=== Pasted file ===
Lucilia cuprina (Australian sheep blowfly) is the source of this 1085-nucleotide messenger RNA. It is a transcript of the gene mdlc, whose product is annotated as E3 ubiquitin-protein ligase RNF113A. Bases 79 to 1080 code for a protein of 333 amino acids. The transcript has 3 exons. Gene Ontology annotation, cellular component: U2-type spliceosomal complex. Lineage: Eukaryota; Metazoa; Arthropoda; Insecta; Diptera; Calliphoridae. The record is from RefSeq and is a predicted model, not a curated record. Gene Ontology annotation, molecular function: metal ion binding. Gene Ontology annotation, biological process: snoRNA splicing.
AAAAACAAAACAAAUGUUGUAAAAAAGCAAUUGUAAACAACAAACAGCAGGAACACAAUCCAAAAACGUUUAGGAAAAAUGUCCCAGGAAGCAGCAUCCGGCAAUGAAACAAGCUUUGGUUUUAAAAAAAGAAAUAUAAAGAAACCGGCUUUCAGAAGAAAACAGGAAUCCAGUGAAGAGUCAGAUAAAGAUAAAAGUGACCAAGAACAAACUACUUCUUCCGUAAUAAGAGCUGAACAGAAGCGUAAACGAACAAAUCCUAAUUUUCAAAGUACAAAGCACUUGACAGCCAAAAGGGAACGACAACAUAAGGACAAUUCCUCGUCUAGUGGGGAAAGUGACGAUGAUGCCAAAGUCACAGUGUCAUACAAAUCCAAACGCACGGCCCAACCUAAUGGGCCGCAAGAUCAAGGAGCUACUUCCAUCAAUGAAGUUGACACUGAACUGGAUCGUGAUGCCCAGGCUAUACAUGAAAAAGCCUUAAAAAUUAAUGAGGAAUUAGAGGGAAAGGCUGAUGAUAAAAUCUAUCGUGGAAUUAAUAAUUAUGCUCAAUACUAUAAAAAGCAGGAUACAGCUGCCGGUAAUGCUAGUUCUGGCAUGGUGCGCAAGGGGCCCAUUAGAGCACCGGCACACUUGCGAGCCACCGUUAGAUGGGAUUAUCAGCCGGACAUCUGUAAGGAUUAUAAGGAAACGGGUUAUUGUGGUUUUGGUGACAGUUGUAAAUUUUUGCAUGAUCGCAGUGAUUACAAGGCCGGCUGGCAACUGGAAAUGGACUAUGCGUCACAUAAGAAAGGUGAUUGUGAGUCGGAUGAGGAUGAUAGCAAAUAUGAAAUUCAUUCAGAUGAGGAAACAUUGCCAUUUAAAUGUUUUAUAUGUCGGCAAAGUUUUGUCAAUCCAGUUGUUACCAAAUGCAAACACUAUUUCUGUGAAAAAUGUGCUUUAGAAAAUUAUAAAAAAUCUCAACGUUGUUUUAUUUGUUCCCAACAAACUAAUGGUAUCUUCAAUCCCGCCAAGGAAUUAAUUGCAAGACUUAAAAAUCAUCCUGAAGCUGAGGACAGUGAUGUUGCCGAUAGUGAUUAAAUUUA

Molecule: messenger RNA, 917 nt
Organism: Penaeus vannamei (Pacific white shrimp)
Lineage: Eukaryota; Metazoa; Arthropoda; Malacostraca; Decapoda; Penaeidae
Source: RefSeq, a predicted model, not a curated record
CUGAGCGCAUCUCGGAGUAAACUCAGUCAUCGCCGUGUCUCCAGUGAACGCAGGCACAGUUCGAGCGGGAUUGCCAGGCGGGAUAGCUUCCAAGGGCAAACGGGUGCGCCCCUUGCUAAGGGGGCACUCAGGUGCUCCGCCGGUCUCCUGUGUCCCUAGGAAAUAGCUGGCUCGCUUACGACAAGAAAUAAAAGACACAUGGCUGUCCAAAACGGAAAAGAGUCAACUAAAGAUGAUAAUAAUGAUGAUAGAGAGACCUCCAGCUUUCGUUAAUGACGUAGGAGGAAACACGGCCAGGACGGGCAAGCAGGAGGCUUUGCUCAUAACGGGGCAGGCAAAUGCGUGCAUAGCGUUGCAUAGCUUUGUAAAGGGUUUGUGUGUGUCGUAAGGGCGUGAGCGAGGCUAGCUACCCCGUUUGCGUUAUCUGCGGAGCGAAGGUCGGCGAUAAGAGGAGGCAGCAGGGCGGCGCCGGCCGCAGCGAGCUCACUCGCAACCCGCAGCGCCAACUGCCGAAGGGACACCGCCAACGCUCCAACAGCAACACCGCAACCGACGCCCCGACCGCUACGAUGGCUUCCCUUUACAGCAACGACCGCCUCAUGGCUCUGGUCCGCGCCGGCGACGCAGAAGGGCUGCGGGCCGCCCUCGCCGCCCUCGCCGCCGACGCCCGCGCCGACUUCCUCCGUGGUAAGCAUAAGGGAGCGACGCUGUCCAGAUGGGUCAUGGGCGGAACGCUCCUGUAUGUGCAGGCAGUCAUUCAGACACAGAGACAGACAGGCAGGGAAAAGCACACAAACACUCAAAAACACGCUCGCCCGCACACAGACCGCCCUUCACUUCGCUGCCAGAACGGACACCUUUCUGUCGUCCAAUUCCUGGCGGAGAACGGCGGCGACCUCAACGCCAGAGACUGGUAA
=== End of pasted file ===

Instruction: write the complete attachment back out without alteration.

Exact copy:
Lucilia cuprina (Australian sheep blowfly) is the source of this 1085-nucleotide messenger RNA. It is a transcript of the gene mdlc, whose product is annotated as E3 ubiquitin-protein ligase RNF113A. Bases 79 to 1080 code for a protein of 333 amino acids. The transcript has 3 exons. Gene Ontology annotation, cellular component: U2-type spliceosomal complex. Lineage: Eukaryota; Metazoa; Arthropoda; Insecta; Diptera; Calliphoridae. The record is from RefSeq and is a predicted model, not a curated record. Gene Ontology annotation, molecular function: metal ion binding. Gene Ontology annotation, biological process: snoRNA splicing.
AAAAACAAAACAAAUGUUGUAAAAAAGCAAUUGUAAACAACAAACAGCAGGAACACAAUCCAAAAACGUUUAGGAAAAAUGUCCCAGGAAGCAGCAUCCGGCAAUGAAACAAGCUUUGGUUUUAAAAAAAGAAAUAUAAAGAAACCGGCUUUCAGAAGAAAACAGGAAUCCAGUGAAGAGUCAGAUAAAGAUAAAAGUGACCAAGAACAAACUACUUCUUCCGUAAUAAGAGCUGAACAGAAGCGUAAACGAACAAAUCCUAAUUUUCAAAGUACAAAGCACUUGACAGCCAAAAGGGAACGACAACAUAAGGACAAUUCCUCGUCUAGUGGGGAAAGUGACGAUGAUGCCAAAGUCACAGUGUCAUACAAAUCCAAACGCACGGCCCAACCUAAUGGGCCGCAAGAUCAAGGAGCUACUUCCAUCAAUGAAGUUGACACUGAACUGGAUCGUGAUGCCCAGGCUAUACAUGAAAAAGCCUUAAAAAUUAAUGAGGAAUUAGAGGGAAAGGCUGAUGAUAAAAUCUAUCGUGGAAUUAAUAAUUAUGCUCAAUACUAUAAAAAGCAGGAUACAGCUGCCGGUAAUGCUAGUUCUGGCAUGGUGCGCAAGGGGCCCAUUAGAGCACCGGCACACUUGCGAGCCACCGUUAGAUGGGAUUAUCAGCCGGACAUCUGUAAGGAUUAUAAGGAAACGGGUUAUUGUGGUUUUGGUGACAGUUGUAAAUUUUUGCAUGAUCGCAGUGAUUACAAGGCCGGCUGGCAACUGGAAAUGGACUAUGCGUCACAUAAGAAAGGUGAUUGUGAGUCGGAUGAGGAUGAUAGCAAAUAUGAAAUUCAUUCAGAUGAGGAAACAUUGCCAUUUAAAUGUUUUAUAUGUCGGCAAAGUUUUGUCAAUCCAGUUGUUACCAAAUGCAAACACUAUUUCUGUGAAAAAUGUGCUUUAGAAAAUUAUAAAAAAUCUCAACGUUGUUUUAUUUGUUCCCAACAAACUAAUGGUAUCUUCAAUCCCGCCAAGGAAUUAAUUGCAAGACUUAAAAAUCAUCCUGAAGCUGAGGACAGUGAUGUUGCCGAUAGUGAUUAAAUUUA

Molecule: messenger RNA, 917 nt
Organism: Penaeus vannamei (Pacific white shrimp)
Lineage: Eukaryota; Metazoa; Arthropoda; Malacostraca; Decapoda; Penaeidae
Source: RefSeq, a predicted model, not a curated record
CUGAGCGCAUCUCGGAGUAAACUCAGUCAUCGCCGUGUCUCCAGUGAACGCAGGCACAGUUCGAGCGGGAUUGCCAGGCGGGAUAGCUUCCAAGGGCAAACGGGUGCGCCCCUUGCUAAGGGGGCACUCAGGUGCUCCGCCGGUCUCCUGUGUCCCUAGGAAAUAGCUGGCUCGCUUACGACAAGAAAUAAAAGACACAUGGCUGUCCAAAACGGAAAAGAGUCAACUAAAGAUGAUAAUAAUGAUGAUAGAGAGACCUCCAGCUUUCGUUAAUGACGUAGGAGGAAACACGGCCAGGACGGGCAAGCAGGAGGCUUUGCUCAUAACGGGGCAGGCAAAUGCGUGCAUAGCGUUGCAUAGCUUUGUAAAGGGUUUGUGUGUGUCGUAAGGGCGUGAGCGAGGCUAGCUACCCCGUUUGCGUUAUCUGCGGAGCGAAGGUCGGCGAUAAGAGGAGGCAGCAGGGCGGCGCCGGCCGCAGCGAGCUCACUCGCAACCCGCAGCGCCAACUGCCGAAGGGACACCGCCAACGCUCCAACAGCAACACCGCAACCGACGCCCCGACCGCUACGAUGGCUUCCCUUUACAGCAACGACCGCCUCAUGGCUCUGGUCCGCGCCGGCGACGCAGAAGGGCUGCGGGCCGCCCUCGCCGCCCUCGCCGCCGACGCCCGCGCCGACUUCCUCCGUGGUAAGCAUAAGGGAGCGACGCUGUCCAGAUGGGUCAUGGGCGGAACGCUCCUGUAUGUGCAGGCAGUCAUUCAGACACAGAGACAGACAGGCAGGGAAAAGCACACAAACACUCAAAAACACGCUCGCCCGCACACAGACCGCCCUUCACUUCGCUGCCAGAACGGACACCUUUCUGUCGUCCAAUUCCUGGCGGAGAACGGCGGCGACCUCAACGCCAGAGACUGGUAA